Having torn through both The Island and The Return, I was excited to discover that Victoria Hislop had a third novel coming out – this time called The Thread. Hislop excels in conveying a tangible sense of place and is a born storyteller. So enthralled was I with the cobbled streets of Granada and the heady dancing in Hislop’s second novel that I took up salsa soon after. And having thoroughly enjoyed her two previous novels I had high hopes for her third.
Not dissimilar to both The Island and The Return, Hislop’s latest offering interweaves two different time frames; one set in the present day; the other in 1917, with the plot concentrating primarily on the earlier of the two. In 1917 a devastating fire tears through Greece’s second city Thessalonki, a place where Muslims, Christians and Jews have lived side by side in harmony for years.
The Thread is an apt name for a novel which cleverly weaves a story of race, religion and war using a colourful cast of characters. With a fire, WW1 and serious civil unrest plaguing the streets of Greece, the tale is poignant, and at times harrowing as the effects of such turbulence take their toll on the city’s people. But underneath such tragedy, we witness a love story unfolding between the novel’s two protagonists: wealthy Dimintri Komninos and refuge Katerina who has built a reputation as Thessalonki’s most skilled seamstress.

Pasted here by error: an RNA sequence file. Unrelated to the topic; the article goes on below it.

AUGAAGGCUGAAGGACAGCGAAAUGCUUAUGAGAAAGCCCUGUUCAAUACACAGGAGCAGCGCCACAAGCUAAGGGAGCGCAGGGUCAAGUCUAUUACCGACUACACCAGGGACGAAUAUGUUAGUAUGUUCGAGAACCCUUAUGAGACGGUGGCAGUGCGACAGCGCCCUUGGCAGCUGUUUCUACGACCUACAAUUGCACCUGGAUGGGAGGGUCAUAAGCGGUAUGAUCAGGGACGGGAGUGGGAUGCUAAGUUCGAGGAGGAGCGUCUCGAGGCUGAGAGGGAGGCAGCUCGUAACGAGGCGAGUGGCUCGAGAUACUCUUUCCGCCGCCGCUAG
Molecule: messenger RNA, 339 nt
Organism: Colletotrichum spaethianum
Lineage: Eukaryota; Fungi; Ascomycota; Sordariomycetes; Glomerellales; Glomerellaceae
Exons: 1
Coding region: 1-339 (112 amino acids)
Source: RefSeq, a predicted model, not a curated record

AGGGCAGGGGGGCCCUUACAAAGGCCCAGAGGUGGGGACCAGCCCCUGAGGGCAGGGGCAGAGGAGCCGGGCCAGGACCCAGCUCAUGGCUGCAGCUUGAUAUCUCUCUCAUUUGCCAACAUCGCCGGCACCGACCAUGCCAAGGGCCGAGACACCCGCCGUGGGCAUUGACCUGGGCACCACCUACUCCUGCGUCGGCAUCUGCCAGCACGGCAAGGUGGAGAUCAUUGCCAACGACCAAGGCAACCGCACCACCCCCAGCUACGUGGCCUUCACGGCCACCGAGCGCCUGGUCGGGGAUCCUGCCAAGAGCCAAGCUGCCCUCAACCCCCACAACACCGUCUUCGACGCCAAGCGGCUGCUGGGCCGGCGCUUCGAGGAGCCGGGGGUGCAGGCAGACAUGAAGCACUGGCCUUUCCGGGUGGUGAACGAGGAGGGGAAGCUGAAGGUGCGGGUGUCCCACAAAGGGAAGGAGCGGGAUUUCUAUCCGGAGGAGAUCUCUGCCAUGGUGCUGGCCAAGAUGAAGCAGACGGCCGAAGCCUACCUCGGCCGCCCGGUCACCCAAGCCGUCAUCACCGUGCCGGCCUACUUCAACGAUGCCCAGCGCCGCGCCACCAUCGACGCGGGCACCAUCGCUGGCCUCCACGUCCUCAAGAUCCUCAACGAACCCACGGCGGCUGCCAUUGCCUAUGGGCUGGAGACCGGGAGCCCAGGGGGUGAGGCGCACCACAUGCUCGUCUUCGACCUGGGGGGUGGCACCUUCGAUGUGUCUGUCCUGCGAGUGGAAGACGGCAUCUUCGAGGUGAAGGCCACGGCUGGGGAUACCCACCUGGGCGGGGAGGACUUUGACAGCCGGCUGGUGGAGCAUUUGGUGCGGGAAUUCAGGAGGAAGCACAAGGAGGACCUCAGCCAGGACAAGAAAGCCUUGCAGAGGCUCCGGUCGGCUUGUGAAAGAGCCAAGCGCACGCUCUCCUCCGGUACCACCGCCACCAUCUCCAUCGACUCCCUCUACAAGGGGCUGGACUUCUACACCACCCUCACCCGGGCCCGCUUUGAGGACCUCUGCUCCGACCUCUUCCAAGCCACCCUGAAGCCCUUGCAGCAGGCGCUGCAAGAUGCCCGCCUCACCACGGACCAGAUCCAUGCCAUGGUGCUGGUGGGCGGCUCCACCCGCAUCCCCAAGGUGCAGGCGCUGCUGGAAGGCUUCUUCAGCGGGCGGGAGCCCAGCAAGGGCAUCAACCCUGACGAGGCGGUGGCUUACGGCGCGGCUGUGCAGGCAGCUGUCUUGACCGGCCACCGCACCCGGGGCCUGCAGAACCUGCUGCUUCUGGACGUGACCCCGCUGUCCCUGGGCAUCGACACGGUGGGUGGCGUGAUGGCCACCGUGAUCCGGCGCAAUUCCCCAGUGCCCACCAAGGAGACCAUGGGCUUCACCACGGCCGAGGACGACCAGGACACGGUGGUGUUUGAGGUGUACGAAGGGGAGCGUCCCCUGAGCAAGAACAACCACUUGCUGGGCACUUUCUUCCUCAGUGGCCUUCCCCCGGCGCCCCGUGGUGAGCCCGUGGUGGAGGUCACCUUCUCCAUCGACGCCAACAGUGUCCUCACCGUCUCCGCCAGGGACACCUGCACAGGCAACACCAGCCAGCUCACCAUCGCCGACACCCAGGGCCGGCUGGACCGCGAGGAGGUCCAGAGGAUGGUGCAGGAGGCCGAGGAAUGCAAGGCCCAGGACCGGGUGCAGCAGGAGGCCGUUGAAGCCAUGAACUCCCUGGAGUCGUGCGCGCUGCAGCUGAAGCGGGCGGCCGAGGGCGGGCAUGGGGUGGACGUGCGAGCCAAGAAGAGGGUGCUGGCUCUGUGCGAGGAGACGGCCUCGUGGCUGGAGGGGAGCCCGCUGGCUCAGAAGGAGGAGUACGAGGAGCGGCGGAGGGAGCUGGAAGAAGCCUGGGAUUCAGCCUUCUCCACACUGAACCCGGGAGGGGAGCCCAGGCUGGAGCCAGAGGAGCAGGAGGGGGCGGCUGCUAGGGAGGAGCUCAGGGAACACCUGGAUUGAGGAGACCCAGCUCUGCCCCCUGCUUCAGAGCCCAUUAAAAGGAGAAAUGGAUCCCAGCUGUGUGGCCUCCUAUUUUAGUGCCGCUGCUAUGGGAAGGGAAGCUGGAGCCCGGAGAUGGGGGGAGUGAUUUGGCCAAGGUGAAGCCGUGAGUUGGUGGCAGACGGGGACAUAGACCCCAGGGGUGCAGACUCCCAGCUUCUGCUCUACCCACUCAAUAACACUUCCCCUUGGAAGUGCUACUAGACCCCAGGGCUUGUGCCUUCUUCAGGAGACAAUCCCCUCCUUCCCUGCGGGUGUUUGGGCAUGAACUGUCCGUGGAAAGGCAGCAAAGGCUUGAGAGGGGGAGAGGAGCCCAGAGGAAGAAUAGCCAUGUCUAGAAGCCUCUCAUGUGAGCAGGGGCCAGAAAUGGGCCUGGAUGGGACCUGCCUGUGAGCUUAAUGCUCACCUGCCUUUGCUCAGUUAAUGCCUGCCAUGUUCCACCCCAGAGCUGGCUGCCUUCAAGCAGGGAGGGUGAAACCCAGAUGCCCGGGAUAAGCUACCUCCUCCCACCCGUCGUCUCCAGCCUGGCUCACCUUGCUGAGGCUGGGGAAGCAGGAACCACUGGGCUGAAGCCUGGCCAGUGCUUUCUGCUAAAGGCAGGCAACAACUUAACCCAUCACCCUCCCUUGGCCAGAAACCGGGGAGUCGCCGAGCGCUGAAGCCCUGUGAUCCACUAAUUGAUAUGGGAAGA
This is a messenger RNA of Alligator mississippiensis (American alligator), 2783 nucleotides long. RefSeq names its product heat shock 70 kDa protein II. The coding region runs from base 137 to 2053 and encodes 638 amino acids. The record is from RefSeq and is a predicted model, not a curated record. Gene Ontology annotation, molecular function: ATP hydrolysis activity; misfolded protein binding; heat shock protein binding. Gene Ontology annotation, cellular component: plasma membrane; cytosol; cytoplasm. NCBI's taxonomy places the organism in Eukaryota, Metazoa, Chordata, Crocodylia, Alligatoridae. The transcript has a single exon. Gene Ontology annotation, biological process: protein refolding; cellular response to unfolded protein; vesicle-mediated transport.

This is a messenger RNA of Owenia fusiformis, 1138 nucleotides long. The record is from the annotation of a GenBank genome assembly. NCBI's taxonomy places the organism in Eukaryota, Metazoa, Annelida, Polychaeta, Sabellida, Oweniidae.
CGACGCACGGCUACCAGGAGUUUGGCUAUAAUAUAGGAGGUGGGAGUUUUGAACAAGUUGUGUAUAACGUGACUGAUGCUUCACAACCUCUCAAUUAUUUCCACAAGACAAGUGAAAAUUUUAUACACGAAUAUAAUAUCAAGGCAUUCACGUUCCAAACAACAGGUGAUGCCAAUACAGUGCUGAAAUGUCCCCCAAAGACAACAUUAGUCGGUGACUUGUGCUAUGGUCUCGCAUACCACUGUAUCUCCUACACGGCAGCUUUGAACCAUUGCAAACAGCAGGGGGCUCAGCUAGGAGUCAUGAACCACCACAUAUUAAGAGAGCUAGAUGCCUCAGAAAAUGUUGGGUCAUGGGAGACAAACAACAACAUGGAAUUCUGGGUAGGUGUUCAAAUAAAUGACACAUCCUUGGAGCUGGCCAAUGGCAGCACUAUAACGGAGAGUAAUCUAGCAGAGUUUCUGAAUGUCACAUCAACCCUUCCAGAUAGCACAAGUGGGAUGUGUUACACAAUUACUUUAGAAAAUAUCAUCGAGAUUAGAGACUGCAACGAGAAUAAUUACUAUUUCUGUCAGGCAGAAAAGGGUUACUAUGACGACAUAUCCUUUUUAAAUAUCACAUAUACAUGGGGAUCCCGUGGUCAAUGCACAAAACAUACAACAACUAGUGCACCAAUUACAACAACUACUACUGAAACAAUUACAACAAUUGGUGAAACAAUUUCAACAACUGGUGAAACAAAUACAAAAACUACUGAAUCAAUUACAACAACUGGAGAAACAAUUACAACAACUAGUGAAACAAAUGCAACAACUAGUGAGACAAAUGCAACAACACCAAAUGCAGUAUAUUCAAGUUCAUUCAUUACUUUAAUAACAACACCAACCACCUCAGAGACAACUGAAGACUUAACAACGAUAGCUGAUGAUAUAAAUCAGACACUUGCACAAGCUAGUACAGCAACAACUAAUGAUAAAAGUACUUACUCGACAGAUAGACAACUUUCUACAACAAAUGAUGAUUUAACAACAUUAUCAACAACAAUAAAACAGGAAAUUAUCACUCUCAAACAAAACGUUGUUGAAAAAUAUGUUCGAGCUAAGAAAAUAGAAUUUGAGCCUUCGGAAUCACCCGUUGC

Ultimately a tale of love and of loss, The Thread further cements Hislop’s status as a skilled storyteller, who has an unrivalled ability to craft a beautifully engaging plot alongside a real and devastating history.